Trustees | Trusteeship

Report Calls on All U. of Illinois Trustees to Resign

CHRONICLE OF HIGHER EDUCATION   |  August 6, 2009 by Ashley C. Killough

After spending nearly two months investigating an admissions scandal laced with political favoritism at the University of Illinois, a state-appointed panel issued its final report on Thursday, calling for the resignation of all members of the Board of Trustees, an overhaul of the admissions process, and new ethics policies for the board.

The situation, experts say, is a classic case study of questions that arise when governing boards and administrators abuse their entrusted powers, not only with the public but with one another.

The Illinois report, prepared by an Admissions Review Commission appointed by Gov. Pat Quinn, says that since 2005, about 800 applicants with ties to trustees, politicians, and donors received preferential consideration for admission. The applicants’ names were flagged on an internal list known as “Category 1,” or the “clout list,” and were funneled through a pipeline supported by their well-connected sponsors.

It’s unclear how many of those students would have earned a spot on their own, but their acceptance rate was higher than average. For 2008-9, about 77 percent of Category 1 applicants were accepted, compared with 69 percent of other applicants.

After the Chicago Tribune exposed the practice in May, the issue snowballed into a highly public dispute. Records show that all of the trustees, with the exception of Edward L. McMillan, who joined the board in May, passed along “inquiries” to admissions officials about applicants on the clout list. Two of the trustees, including Board Chairman Niranjan S. Shah, have resigned in the last month.

The university system’s president, B. Joseph White, and the chancellor of its flagship campus at Urbana-Champaign, Richard Herman, were criticized in the report, but it did not call for their resignations.

In a news conference after the panel’s final meeting on Thursday, Mr. White said he strongly approved the report and embraced its recommendations.

“Now that we know the problems, our job is to fix the problems,” Mr. White said, adding that his goal is to make the university a national leader in admissions integrity. He announced that he will convene a meeting on August 12 in Urbana to outline admissions reforms, which include erecting a “fire wall” around the process to block out inquiries from prominent citizens.

“This has been a painful but, in my view, necessary chapter in the history of our 142-year-old institution,” he said. “What’s important is to know those problems and understand them in detail so we can fix them.”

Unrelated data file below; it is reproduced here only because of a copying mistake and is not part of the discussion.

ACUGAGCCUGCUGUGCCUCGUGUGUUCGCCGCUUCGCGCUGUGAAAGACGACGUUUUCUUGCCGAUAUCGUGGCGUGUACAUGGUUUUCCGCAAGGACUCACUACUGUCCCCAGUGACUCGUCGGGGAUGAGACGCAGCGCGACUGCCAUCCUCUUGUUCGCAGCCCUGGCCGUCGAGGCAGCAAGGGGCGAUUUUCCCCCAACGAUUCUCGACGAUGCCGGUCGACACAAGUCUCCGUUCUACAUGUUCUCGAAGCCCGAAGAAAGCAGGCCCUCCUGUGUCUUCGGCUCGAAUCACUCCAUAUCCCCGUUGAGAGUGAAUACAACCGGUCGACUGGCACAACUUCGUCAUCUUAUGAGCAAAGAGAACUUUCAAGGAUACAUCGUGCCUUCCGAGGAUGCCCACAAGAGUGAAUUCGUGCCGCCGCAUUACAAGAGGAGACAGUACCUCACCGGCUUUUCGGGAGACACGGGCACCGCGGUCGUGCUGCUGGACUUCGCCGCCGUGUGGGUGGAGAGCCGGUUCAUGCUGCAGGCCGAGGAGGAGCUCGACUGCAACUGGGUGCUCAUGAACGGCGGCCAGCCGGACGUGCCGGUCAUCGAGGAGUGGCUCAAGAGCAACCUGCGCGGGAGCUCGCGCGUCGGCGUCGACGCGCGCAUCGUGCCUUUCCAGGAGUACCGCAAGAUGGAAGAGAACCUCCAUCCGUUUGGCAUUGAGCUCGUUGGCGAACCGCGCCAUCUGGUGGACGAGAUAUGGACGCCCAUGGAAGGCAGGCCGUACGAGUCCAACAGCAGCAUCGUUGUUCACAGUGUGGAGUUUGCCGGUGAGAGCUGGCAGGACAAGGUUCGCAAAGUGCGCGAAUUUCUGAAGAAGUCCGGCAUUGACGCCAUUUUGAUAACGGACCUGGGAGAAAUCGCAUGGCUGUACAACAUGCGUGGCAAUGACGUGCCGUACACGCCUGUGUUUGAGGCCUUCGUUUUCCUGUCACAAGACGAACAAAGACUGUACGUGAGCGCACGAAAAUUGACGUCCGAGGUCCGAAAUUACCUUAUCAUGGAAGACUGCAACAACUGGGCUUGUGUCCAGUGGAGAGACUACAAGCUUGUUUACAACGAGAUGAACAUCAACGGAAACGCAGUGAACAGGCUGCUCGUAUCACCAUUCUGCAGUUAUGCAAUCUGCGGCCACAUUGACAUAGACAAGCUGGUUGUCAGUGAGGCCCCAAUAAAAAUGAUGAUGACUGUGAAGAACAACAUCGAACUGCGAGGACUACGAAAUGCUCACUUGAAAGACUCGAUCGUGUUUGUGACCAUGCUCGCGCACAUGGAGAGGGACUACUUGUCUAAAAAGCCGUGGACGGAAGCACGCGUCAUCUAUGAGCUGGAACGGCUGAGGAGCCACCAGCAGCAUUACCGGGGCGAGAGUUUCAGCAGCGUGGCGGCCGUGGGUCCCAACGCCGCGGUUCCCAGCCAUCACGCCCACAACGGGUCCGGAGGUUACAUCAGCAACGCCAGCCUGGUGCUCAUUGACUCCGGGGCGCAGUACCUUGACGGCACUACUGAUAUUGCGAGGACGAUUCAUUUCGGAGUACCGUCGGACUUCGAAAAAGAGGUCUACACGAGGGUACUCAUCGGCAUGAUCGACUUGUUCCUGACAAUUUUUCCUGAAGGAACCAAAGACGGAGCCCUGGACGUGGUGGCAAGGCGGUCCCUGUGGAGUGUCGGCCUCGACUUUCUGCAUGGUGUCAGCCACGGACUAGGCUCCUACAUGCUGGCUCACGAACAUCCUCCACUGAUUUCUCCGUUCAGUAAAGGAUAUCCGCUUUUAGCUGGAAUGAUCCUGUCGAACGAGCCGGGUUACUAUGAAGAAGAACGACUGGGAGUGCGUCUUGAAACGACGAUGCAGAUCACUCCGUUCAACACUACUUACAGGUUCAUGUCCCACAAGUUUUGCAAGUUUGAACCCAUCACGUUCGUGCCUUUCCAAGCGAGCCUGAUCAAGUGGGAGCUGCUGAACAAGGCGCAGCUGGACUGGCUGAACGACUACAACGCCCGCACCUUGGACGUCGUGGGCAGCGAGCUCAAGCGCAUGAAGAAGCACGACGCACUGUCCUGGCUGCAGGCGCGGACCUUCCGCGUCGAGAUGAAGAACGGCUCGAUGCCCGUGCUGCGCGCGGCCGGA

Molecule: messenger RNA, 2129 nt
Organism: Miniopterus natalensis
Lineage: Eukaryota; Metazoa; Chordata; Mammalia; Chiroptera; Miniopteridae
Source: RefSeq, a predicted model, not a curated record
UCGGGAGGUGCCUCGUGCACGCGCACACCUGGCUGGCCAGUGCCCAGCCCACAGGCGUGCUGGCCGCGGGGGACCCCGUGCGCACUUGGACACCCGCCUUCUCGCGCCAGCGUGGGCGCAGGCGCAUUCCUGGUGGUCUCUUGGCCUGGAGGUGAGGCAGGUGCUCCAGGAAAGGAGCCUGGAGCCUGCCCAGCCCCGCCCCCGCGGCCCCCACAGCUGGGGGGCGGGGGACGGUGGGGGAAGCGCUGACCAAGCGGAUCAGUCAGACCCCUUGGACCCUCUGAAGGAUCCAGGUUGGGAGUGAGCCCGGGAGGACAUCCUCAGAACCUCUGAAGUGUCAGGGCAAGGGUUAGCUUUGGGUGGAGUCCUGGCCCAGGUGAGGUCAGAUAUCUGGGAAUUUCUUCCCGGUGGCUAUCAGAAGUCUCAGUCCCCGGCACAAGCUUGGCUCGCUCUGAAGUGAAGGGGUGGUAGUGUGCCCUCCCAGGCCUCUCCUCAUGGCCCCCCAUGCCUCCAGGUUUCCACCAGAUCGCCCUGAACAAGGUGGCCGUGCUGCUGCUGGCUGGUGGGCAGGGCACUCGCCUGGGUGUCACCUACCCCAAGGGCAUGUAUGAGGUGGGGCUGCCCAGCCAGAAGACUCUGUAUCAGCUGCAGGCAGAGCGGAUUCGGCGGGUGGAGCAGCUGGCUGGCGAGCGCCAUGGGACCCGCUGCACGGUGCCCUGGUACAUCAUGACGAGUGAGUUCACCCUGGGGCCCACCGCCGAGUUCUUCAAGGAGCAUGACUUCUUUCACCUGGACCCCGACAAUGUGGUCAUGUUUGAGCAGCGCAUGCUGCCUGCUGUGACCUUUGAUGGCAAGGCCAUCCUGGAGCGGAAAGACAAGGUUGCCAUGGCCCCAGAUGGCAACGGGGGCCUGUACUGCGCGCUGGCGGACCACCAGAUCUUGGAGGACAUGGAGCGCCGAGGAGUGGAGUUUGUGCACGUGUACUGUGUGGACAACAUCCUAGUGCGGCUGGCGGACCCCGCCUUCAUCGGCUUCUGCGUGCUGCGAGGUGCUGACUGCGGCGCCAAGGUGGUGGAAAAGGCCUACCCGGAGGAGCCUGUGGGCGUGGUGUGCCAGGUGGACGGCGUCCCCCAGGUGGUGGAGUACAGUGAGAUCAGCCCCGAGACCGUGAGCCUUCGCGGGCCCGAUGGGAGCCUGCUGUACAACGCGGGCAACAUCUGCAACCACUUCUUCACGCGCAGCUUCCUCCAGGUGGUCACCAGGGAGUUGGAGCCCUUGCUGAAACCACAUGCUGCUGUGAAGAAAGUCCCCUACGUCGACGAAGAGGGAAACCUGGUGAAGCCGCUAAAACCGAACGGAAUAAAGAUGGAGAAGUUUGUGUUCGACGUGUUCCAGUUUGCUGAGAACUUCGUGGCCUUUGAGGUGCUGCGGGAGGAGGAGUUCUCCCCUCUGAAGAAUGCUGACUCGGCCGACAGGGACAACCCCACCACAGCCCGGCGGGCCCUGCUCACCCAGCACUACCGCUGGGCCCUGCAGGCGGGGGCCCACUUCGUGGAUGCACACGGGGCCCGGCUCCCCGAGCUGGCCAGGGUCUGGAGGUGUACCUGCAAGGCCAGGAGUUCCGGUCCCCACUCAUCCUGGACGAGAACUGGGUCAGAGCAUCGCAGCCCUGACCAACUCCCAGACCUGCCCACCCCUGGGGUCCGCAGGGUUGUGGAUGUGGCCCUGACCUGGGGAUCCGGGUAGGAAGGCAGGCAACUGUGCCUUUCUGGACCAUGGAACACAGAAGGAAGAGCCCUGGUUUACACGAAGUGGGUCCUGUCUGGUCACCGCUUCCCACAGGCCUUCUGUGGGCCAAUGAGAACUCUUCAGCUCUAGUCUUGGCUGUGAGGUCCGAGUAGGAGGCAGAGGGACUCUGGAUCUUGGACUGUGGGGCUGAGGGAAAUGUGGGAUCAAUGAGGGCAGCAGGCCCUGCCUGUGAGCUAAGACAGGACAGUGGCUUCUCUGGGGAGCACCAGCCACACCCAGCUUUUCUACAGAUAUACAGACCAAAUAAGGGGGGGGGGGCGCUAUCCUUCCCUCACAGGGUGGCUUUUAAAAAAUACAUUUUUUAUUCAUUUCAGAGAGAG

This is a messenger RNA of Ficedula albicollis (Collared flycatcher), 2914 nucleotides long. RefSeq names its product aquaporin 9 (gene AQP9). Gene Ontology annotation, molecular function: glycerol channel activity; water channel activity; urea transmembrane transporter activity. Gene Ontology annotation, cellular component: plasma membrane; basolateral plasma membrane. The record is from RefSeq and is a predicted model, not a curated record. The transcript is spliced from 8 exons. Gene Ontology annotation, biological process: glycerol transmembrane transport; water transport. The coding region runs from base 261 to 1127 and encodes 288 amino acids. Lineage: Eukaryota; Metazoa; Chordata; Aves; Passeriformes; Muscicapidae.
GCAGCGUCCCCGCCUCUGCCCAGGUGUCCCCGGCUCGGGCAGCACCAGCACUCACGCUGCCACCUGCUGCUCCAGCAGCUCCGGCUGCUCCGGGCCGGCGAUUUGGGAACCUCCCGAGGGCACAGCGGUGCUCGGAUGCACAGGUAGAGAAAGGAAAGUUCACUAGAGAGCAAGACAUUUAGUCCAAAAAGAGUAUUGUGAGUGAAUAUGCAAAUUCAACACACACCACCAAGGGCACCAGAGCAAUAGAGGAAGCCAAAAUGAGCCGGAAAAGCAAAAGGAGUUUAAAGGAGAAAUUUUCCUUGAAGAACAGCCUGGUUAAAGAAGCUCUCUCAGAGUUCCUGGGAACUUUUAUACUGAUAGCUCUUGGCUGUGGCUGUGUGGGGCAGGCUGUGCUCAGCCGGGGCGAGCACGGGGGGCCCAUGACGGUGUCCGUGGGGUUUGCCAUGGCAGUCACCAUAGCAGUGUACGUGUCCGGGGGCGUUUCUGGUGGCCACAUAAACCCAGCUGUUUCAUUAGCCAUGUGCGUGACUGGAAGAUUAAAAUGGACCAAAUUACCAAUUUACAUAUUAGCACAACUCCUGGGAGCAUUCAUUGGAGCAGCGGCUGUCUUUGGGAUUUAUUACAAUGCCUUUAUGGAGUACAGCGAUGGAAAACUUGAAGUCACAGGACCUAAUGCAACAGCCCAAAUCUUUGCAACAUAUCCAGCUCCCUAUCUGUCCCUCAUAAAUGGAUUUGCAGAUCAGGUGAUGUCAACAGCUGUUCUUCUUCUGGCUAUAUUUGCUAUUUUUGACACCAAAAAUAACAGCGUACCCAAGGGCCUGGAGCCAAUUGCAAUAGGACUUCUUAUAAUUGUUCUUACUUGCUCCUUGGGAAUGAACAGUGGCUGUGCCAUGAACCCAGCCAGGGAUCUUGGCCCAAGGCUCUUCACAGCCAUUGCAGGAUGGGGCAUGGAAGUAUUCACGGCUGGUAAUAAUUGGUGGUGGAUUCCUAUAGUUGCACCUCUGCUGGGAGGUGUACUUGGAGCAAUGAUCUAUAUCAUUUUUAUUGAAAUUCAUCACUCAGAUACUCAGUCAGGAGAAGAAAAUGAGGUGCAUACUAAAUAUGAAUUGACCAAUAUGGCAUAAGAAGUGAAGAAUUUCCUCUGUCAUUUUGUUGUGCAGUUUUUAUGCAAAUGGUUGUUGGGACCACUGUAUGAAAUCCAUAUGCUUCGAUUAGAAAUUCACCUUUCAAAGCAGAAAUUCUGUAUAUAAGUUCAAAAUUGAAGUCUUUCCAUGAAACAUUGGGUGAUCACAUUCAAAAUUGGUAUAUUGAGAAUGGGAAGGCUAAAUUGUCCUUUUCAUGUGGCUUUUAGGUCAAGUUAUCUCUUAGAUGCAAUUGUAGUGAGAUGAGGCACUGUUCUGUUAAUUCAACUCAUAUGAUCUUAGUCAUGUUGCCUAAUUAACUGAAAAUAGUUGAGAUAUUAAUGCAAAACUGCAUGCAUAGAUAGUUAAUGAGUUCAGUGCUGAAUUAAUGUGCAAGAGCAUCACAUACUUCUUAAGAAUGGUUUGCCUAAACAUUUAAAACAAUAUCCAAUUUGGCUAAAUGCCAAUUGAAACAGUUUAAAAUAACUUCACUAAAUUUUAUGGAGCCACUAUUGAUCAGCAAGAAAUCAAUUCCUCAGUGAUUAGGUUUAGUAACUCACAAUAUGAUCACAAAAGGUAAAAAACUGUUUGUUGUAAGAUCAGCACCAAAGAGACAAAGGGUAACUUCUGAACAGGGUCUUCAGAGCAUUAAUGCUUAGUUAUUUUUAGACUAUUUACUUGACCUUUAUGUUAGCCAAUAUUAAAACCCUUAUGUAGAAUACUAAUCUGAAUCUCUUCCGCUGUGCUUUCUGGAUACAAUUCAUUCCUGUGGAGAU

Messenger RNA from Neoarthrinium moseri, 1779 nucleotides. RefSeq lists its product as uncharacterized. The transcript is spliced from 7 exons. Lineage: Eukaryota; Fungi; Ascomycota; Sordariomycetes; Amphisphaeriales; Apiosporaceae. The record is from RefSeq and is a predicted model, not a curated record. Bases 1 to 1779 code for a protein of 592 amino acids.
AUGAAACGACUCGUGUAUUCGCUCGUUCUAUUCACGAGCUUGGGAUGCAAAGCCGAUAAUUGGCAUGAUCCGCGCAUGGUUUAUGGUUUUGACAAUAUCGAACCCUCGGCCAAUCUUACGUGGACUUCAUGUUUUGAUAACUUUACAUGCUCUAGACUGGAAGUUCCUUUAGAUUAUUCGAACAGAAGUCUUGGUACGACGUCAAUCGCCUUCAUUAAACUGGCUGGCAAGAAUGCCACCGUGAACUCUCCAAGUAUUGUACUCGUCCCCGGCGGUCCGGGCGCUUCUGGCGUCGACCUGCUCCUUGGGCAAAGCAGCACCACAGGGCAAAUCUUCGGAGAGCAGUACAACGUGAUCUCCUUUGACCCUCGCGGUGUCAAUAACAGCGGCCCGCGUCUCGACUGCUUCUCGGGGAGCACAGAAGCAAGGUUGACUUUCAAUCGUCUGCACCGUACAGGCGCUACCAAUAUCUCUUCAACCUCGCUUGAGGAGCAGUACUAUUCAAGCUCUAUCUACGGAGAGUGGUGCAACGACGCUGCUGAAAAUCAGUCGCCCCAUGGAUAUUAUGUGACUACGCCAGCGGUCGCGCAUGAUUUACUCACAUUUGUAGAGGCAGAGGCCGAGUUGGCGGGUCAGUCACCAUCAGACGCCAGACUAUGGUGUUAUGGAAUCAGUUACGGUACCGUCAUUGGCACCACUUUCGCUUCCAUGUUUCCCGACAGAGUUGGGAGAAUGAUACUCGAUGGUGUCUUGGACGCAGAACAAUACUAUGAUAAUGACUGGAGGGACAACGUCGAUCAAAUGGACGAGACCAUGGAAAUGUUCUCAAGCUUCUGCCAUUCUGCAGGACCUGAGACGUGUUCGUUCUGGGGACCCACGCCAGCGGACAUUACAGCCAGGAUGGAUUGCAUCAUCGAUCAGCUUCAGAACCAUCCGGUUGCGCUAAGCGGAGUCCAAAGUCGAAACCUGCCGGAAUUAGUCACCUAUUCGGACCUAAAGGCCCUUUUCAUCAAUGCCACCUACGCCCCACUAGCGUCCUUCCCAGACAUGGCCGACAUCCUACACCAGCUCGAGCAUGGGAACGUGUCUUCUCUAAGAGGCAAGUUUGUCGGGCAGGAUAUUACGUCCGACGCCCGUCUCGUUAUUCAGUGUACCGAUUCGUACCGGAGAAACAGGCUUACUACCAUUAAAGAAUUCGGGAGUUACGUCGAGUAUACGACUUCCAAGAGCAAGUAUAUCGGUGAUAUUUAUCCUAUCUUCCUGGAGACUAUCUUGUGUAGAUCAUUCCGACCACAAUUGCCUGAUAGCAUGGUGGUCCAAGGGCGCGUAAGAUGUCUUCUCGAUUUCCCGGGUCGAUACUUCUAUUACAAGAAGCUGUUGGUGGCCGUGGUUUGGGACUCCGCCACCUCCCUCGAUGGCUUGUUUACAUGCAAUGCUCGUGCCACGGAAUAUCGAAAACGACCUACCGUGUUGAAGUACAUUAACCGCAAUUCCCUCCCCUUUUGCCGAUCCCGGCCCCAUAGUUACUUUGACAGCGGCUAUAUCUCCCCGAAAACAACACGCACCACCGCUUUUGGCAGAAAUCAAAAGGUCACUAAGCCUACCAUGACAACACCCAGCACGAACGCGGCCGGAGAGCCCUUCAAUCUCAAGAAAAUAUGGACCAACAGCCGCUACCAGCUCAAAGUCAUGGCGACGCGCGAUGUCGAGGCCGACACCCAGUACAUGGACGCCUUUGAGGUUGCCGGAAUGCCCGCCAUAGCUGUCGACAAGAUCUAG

Political Pull

The Admissions Review Commission looked at 9,000 pages of documents, interviewed more than 40 people, and conducted 12 public hearings this summer.

While some university officials justified the Category 1 list as a means of increasing diversity on the campus, the commission found that a vast majority of the special-consideration applicants were Caucasian. Of the 33 applicants who were admitted last year despite being initially denied by the university, over a third came from affluent areas in Illinois.

The university’s governmental-relations office was found responsible for 40 to 50 percent of Category 1 inquiries, while administrators and trustees were each responsible for 20 percent. The university’s foundation, alumni offices, and college deans made up the rest. Half of this year’s Category 1 applicants have ties to state lawmakers, the report said.

“I think a great number of administrators were frustrated with the practices going on, but they were unwilling or unable to do anything about it,” Bernard M. Judge, a member of the investigative panel, said in an interview. “Since the chancellor played an obvious role in it, and he’s their boss, I guess they felt constrained.”

The commission came down heavily on Chancellor Herman, who oversaw the clout list, and Mr. White, who had a lesser role in the process but still forwarded requests for applicants endorsed by politicians and other prominent figures. The Chicago Tribune reported that those figures included former Gov. Rod R. Blagojevich, the nationally syndicated columnist George Will, and a former president of the Chicago Board of Education, Gery J. Chico. Others whom the report faulted for meddling with applications were Heidi Hurd, former dean of the College of Law, and Larry DeBrock, dean of the College of Business.